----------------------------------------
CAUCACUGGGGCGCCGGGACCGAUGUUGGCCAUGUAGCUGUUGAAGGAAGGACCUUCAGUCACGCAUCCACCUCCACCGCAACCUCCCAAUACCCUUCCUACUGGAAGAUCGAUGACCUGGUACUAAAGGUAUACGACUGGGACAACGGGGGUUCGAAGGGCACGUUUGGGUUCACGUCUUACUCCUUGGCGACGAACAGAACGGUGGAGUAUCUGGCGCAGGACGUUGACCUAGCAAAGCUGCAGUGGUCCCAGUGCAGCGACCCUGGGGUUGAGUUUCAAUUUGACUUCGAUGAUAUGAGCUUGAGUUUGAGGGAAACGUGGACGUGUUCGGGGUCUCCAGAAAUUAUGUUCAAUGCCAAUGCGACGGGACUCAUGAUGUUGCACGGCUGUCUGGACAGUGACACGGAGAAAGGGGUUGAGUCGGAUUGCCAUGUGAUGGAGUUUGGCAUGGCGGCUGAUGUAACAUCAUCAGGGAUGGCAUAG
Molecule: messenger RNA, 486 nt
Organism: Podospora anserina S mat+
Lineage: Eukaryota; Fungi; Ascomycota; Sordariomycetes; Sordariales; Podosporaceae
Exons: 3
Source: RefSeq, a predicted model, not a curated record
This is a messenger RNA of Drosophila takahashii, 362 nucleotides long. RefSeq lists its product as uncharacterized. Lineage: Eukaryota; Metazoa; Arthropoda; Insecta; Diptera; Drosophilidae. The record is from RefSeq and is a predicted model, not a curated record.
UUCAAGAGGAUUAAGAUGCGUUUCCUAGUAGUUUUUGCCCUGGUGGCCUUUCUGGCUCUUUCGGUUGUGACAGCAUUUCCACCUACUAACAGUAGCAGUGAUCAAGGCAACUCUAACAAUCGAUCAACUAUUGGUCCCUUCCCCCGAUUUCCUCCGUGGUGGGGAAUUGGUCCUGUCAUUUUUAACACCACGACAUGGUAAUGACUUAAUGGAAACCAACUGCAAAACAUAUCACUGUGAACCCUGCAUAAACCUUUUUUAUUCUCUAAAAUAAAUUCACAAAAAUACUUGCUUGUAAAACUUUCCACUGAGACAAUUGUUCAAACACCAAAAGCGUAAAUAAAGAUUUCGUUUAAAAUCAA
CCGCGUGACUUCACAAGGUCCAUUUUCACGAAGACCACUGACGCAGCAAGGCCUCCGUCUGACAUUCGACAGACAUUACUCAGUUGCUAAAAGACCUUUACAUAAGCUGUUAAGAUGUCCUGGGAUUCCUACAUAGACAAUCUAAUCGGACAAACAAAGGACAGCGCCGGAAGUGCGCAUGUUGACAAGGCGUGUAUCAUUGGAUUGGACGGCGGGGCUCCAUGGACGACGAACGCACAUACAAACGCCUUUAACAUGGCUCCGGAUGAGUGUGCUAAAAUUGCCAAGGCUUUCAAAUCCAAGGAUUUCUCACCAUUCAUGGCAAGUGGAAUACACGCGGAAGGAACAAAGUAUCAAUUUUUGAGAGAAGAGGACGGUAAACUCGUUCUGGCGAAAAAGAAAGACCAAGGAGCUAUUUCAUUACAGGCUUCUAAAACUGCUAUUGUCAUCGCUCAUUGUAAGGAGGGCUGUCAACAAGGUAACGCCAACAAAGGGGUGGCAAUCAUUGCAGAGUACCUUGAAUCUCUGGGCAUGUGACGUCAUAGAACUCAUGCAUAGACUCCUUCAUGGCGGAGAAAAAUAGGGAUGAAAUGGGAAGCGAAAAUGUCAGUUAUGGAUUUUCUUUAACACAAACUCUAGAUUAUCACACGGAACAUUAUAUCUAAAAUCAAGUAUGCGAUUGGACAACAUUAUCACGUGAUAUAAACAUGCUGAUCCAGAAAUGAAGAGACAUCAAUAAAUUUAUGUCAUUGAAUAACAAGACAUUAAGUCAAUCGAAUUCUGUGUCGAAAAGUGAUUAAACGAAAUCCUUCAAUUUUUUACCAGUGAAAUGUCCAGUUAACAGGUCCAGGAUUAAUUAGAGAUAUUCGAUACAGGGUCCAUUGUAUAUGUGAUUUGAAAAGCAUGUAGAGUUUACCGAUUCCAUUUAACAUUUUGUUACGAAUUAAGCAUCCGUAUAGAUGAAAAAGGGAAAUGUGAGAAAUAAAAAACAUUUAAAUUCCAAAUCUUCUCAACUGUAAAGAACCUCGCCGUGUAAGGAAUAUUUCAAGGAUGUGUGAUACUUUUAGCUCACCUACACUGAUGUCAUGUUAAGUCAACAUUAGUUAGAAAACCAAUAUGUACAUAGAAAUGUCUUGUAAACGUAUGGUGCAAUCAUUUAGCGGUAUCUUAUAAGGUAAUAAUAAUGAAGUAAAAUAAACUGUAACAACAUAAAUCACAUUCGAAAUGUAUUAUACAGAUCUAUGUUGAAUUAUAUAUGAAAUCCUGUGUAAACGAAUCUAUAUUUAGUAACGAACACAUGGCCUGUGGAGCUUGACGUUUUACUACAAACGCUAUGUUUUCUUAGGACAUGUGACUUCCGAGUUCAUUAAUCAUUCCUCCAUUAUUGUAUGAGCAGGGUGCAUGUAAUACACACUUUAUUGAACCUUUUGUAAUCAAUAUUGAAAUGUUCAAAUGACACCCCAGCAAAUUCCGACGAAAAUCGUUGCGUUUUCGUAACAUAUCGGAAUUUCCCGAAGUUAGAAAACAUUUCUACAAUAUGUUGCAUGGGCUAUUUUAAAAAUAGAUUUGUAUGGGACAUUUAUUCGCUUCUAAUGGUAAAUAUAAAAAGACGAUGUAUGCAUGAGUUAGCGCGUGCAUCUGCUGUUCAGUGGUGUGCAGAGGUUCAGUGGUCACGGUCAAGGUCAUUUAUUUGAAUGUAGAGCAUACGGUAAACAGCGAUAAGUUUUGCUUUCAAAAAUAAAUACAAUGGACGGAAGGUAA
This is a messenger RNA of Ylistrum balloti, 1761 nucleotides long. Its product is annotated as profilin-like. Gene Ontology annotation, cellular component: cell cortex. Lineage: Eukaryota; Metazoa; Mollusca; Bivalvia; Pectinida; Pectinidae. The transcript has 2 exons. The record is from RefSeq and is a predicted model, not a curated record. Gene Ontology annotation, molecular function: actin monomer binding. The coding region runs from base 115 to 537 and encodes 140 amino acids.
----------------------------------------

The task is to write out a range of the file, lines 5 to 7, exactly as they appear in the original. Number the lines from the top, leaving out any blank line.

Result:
Exons: 3
Source: RefSeq, a predicted model, not a curated record
This is a messenger RNA of Drosophila takahashii, 362 nucleotides long. RefSeq lists its product as uncharacterized. Lineage: Eukaryota; Metazoa; Arthropoda; Insecta; Diptera; Drosophilidae. The record is from RefSeq and is a predicted model, not a curated record.